When I was younger, I used to go and spend two weeks of my summer with my Great-Grandma. She worked at the Old Town Temecula History Museum. Every summer they would have a “camp” there, where you learned about how early settlers here lived, how they ate, how they traveled and how they dressed. One year, they spent two days teaching us how to square dance. My Grandma had all of her “square dancing” dresses hung up, neat and orderly in her garage. She had so many beautiful dresses. She let me borrow a beautiful blue dress. It was only a little bit big on me. She was a small lady, petite.
The day we got to dance in our dresses, I woke up early and ran downstairs for breakfast. Grandma was already in the kitchen cooking my favorite breakfast; egg in a hole. I sat down and I could smell the buttery, eggy scent of the crispy toast, and the little egg in the center. She sat down next to me and she cut my breakfast for me, as I was too young to use a knife, and I watched as the sharp blade of the knife pierced the precious egg inside of its crispy barrier. The yolk oozed out all over the plate, warm and yellow it color. I swished my bite of toast around picking up all the warm egg and took my first bite of the morning. Mmmmm i thought, Grandma makes the best egg in the hole.
After breakfast was cleaned up and we were ready to start our day, I helped my grandma water all her plants in her backyard. I loved that yard. I opened the door and all sorts of bright beautiful colors surrounded me. The scents of all the many flowers drew me towards them, wanting to pluck them from their stems, and give them to Grandma as a gift, to put in her kitchen window.
Walking into the museum that day, I felt an extreme feeling of excitement for that afternoon. Grandma walked me to a camp supervisor that was standing just inside the door. Grandma went and sat down in her seat, behind the ticket counter. As we waited for all the other kids to come, I sat and watched my grandma. I watched as she fluffed up her curly grayish white hair. She moved her delicately painted, pink nails through her curls. I watched as she pulled out a little black lipstick container and a pretty little mirror out of her purse. She twisted the lipstick container, revealing the soft red shade.
The other kids arrived and we went to the second floor. We were learning about how the early settlers travelled and got necessities. Since we were only in second grade, we got to color most of our worksheets that we received during the “class”. The museum had a giant fake horse and a trunk of dress up clothes, on that second floor. I put on a yellow dress and a hat and one of the “teachers” helped me on the fake, plastic horse. She took a picture for me to show my grandma.
After the clothes and crayons were put away, we went downstairs and headed out the big front doors. Outside, they had speakers set up and a laptop on a table next to them. We got all dressed up in the dresses and shoes and we danced for an hour! The blue of my dress skirt sliced through the air as I twirled and jumped around happily. I didn’t really know the dance very well. I was just jumping and dancing around.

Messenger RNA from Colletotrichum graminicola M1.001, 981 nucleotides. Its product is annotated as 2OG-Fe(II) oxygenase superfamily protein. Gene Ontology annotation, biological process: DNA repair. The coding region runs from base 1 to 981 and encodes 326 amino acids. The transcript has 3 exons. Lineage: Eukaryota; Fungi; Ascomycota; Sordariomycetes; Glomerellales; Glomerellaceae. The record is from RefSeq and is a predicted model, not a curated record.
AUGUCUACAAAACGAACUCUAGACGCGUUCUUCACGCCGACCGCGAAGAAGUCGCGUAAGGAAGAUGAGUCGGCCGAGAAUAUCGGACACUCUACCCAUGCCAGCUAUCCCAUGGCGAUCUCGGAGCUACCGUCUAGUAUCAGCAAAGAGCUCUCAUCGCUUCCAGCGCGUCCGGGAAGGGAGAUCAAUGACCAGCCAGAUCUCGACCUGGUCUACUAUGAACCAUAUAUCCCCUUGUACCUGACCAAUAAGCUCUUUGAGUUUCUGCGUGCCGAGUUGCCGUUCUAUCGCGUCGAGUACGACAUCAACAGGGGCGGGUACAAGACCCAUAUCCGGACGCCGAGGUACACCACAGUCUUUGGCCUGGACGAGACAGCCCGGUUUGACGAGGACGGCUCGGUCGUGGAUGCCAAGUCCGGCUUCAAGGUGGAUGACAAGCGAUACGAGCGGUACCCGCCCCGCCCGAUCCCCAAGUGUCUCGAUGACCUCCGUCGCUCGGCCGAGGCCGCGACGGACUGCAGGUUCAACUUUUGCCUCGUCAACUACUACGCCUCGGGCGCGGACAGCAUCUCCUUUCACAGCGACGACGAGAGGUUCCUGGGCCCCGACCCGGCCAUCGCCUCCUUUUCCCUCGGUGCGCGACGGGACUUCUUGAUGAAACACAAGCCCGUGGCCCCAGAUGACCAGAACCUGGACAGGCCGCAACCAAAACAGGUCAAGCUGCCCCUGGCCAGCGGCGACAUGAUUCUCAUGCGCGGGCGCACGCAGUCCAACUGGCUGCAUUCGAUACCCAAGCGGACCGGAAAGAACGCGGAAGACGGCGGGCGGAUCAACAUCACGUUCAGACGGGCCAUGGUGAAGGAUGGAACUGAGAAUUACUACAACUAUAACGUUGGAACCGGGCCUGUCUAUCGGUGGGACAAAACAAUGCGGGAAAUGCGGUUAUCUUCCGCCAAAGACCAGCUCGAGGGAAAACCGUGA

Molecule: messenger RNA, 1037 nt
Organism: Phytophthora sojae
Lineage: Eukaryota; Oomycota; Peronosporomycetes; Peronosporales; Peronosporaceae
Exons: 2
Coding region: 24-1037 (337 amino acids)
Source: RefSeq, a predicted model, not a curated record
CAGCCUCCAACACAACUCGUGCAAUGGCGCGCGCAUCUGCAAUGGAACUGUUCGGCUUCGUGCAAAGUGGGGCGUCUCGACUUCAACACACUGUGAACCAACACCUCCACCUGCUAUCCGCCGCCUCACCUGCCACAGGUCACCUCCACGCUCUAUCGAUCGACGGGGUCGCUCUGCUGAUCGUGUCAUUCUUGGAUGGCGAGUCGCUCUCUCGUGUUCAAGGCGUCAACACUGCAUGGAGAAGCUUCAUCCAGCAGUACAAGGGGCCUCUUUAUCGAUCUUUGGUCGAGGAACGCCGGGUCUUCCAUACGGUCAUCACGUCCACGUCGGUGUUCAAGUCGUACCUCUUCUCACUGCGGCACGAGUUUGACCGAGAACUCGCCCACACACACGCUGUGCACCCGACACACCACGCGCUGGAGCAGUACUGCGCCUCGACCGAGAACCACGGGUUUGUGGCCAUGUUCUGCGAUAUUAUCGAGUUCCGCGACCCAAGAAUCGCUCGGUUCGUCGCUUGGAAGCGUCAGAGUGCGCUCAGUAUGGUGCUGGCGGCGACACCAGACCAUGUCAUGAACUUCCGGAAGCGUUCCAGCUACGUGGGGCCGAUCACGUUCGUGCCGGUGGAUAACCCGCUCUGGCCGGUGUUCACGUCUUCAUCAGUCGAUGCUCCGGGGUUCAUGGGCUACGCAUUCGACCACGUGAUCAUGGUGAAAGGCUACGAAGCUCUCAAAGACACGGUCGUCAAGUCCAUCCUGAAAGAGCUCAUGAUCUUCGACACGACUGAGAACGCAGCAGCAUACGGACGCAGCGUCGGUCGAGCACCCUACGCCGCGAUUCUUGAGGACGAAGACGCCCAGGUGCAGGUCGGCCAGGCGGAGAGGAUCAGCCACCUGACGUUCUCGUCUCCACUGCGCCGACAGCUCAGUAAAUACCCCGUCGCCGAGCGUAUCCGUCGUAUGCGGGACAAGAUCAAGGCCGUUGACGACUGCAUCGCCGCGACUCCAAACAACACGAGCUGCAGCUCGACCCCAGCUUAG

We went home a little while later. Grandma and I sat on her blue couch in her blue living room and she watched Jeopardy on tv and I colored in my coloring books. Her living room had pictures of my mom, my aunt, my grandma and grandpa and my cousins and everyone on one whole wall. Grandma Joyce liked hummingbirds. She had so many figurines and they all looked so fragile that you didn’t even want to breath on them in fear that they would break. Her blue carpet was rough and thin and it wasn’t the kind of carpet you would lay down and take a nap on. It was more of the kind where you would sort beads, because it was so tightly woven and so thin that you wouldn’t lose any beads in it. It was not comfortable to lay on, so I made a bed of pillows.
Sometimes I sit and remember the times that I visited Grandma Joyce. I would remember the little things about her, like how she fixed her hair or how she stared off into the distance when she drank her coffee sitting in her backyard, surrounded by her beautiful garden. I remember the warmth of her touch when she would brush my hair back, or touch my cheek when she gave me one of her big red kisses that left a smudge. I remember her voice, how it was soft and sweet in my ears. I wish I could hug her one last time. I don’t remember what the last thing I said to her was. All I remember is that, when I heard what happened, I didn’t know what to do. I couldn’t cry, I was so shocked. One minute she was there, happy, healthy and full of life. And then in the next, she wasn’t. I didn’t know what that do. It looked like I had shown no emotion when we said our last goodbyes to our beloved grandmother. But I was crying inside. Breaking. I didn’t know this kind of a loss. I didn’t know how to feel or what to do. This never happened before, I never experienced this before in my life. I was still young when I said one final goodbye to her. I love you to the moon and back Grandma Joyce. May you fly free with the hummingbirds that you so passionately loved. <3